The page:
In June 1520, the rulers of France and England declared their friendship with an over-the-top display of wealth and power. Known as the Field of Cloth of Gold, the two-and-a-half-week summit featured feasts, jousts, wrestling matches, masques and an endless stream of entertainment. Neither France’s Francis I nor England’s Henry VIII spared any expense on the celebration, which cost the equivalent of around $19 million today.
Publicly, the Field of Cloth of Gold’s goal was diplomacy, marking an alliance between the two kingdoms. But the event had an underlying purpose: allowing each monarch “to outdo the other in splendor and military prowess,” as historian Tracy Borman told Smithsonian magazine in 2020. The kings’ personal “rivalry … was so intense that it almost blinded them to the expense involved,” she said. “They were desperate to prove their superiority over each other, no matter the cost.”
Few traces of the summit survive today. Designed to be ephemeral, the traveling courts’ temporary palaces were disassembled as quickly as they’d been constructed. But a rare find recently made in England’s West Midlands may offer a glimpse into the Field of Cloth of Gold—or at least help convey the majesty on display during the event and others like it.
In 2019, Charlie Clarke, a 34-year-old café owner who had recently taken up metal detecting as a hobby, discovered a gold pendant and chain in a field in Warwickshire. The heart-shaped pendant was emblazoned with the intertwined initials “H” and “K,” as well as a red-and-white Tudor rose and pomegranate bush—imagery associated with Henry and his first wife, Catherine of Aragon (also known as Katherine). Both sides bore the inscription “toujours,” a play on the French word for “always.”
When Clarke realized that he’d literally struck gold, he screamed “like a little schoolgirl, to be honest. My voice went pretty high-pitched,” he says to the Guardian’s Esther Addley.
Curators at the British Museum, which manages archaeological finds made by the English public through the government-run Portable Antiquities Scheme (PAS), were similarly surprised, with some suggesting the pendant was a 19th-century fake rather than a genuine Tudor artifact.
“The majority of people who saw this at the museum felt it was almost too good to be true,” curator Rachel King tells the Financial Times’ James Pickford. “At the British Museum, we have the largest collection of objects in precious metal from the early Tudor period. None of them are anything like this—they tend to be smaller. Things like this haven’t really survived.” (The pendant measures almost 2 and a half inches in length, while the chain stretches to just over 17 inches.)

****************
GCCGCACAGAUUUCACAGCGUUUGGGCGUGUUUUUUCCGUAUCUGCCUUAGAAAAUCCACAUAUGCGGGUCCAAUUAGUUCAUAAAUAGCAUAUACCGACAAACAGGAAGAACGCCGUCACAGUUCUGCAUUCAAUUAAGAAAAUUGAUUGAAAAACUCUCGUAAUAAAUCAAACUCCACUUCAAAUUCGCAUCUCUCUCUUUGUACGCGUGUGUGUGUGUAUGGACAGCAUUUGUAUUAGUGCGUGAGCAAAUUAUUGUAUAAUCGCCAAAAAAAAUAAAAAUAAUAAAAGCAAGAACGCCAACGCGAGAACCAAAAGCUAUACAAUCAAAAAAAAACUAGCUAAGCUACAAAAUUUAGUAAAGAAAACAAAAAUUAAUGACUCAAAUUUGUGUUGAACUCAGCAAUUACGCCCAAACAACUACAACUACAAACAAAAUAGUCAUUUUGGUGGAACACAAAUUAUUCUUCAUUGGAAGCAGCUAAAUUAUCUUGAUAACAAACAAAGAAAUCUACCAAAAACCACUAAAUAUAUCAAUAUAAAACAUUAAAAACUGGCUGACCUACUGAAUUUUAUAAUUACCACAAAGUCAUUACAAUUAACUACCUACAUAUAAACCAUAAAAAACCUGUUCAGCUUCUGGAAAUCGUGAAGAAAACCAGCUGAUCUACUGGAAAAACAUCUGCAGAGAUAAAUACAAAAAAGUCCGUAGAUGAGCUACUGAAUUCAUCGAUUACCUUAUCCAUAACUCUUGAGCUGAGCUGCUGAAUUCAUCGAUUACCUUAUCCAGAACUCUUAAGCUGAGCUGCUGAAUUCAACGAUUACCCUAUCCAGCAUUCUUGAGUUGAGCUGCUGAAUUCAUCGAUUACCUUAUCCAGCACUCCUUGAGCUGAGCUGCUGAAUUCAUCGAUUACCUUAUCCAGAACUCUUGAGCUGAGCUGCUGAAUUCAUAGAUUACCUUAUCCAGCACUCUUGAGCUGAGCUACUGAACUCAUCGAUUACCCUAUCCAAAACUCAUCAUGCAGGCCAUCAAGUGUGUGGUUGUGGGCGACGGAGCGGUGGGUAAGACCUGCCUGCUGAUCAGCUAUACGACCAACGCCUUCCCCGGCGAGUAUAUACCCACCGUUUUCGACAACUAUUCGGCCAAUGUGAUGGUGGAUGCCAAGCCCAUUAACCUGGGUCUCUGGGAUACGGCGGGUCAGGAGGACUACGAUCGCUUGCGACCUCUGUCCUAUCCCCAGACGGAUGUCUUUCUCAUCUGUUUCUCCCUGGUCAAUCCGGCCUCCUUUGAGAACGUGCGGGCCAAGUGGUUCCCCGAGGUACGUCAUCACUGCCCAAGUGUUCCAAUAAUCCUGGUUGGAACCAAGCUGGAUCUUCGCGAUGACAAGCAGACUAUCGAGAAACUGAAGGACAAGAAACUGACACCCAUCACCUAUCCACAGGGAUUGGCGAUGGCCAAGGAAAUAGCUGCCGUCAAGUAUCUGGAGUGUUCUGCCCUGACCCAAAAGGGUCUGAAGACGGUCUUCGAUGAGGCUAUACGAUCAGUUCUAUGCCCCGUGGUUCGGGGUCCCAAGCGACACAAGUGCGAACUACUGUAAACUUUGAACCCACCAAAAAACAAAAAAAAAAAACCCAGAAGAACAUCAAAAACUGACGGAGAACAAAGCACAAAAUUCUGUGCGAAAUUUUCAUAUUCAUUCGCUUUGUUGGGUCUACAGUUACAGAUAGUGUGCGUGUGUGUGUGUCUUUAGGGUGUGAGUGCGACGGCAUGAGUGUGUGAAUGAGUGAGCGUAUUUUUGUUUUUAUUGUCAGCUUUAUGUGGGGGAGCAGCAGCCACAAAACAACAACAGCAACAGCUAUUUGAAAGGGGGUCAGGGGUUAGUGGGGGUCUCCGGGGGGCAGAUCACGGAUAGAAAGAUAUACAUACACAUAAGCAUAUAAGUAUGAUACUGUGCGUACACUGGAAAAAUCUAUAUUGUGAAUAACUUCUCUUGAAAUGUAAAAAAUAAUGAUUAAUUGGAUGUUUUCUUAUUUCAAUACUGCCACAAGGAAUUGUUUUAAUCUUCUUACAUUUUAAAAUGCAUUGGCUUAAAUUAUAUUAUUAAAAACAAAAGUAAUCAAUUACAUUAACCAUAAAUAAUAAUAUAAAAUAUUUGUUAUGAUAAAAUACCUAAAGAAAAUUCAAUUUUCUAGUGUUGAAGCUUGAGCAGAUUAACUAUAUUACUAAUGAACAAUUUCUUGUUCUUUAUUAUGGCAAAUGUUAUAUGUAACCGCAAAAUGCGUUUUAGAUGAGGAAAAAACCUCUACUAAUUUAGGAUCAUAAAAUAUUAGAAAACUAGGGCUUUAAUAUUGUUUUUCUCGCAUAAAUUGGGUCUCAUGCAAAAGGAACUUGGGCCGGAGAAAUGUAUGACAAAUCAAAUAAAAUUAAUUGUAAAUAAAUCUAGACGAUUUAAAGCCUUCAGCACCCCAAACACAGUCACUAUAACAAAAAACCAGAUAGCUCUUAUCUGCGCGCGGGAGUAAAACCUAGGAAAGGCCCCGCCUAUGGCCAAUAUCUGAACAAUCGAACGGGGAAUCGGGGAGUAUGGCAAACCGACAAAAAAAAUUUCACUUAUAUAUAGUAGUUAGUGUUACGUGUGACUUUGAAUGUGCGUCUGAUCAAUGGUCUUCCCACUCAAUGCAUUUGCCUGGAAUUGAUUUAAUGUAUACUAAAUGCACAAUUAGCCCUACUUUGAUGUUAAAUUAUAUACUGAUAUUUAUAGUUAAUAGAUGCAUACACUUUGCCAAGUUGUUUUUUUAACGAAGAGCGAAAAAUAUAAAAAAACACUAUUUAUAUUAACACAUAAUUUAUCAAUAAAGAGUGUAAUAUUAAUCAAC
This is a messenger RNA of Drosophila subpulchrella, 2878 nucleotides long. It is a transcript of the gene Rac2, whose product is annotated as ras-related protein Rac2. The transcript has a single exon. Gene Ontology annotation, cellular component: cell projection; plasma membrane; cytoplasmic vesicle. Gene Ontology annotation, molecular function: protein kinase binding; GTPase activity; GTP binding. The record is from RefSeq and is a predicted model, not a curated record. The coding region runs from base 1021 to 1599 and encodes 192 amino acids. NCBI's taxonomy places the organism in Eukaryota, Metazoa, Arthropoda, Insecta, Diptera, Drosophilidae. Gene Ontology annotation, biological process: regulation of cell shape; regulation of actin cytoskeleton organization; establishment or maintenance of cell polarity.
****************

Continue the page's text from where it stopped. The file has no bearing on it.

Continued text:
Careful analysis of the pendant’s iconography soon dispelled any doubts about its authenticity. According to the artifact’s record in the PAS database, it likely dates to between 1509, when Henry and Catherine married, and 1533, when their marriage was annulled. The database record offers a “reasonable” suggested date of around 1521, the year that a similar design was embroidered on equine body armor used during jousts at English court. 1521 was far from the first time Henry commissioned metalwork celebrating his marriage; ahead of a joust and banquet in July 1517, for example, artisans produced metalwork featuring “H” and “K” and other royal emblems to adorn the clothing of more than 100 guests and horses.
The 1517 record “suggests a huge amount of metalwork [was] being hastily prepared with visual impact in mind, none of which was intended to have longevity,” the database states. “[The pendant] could have been made in similar circumstances,” whether for the Field of Cloth of Gold or another extravagant event. Per a statement, it may have served as a prize won at a jousting tournament or a token worn by an attendee.
The British Museum team has found no evidence that the pendant personally belonged to either Henry or Catherine. But King tells the Guardian that “its quality is such that it was certainly either commissioned by or somehow related to a member of the higher nobility or a high-ranking courtier.” How the accessory eventually landed in a field in Warwickshire is unclear, but it will likely end up in a museum collection.
“Previously unknown potentially royal artifacts from the 16th century are very rare—and can give us important new insights into life at the top of Tudor society,” Lucy Wooding, a historian at the University of Oxford and the author of Tudor England: A History, tells the Independent’s David Keys.
Henry famously tried to divorce Catherine after becoming besotted with one of her ladies-in-waiting, Anne Boleyn, in the mid-1520s. But the queen refused to agree that the union was invalid, remaining steadfast in her belief that she was the king’s one true wife until her death in January 1536, a full three years after Henry had their marriage annulled so he could finally wed Anne. As Catherine wrote in her purported deathbed letter to Henry, “Lastly, I make this vow, that mine eyes desire you above all things.”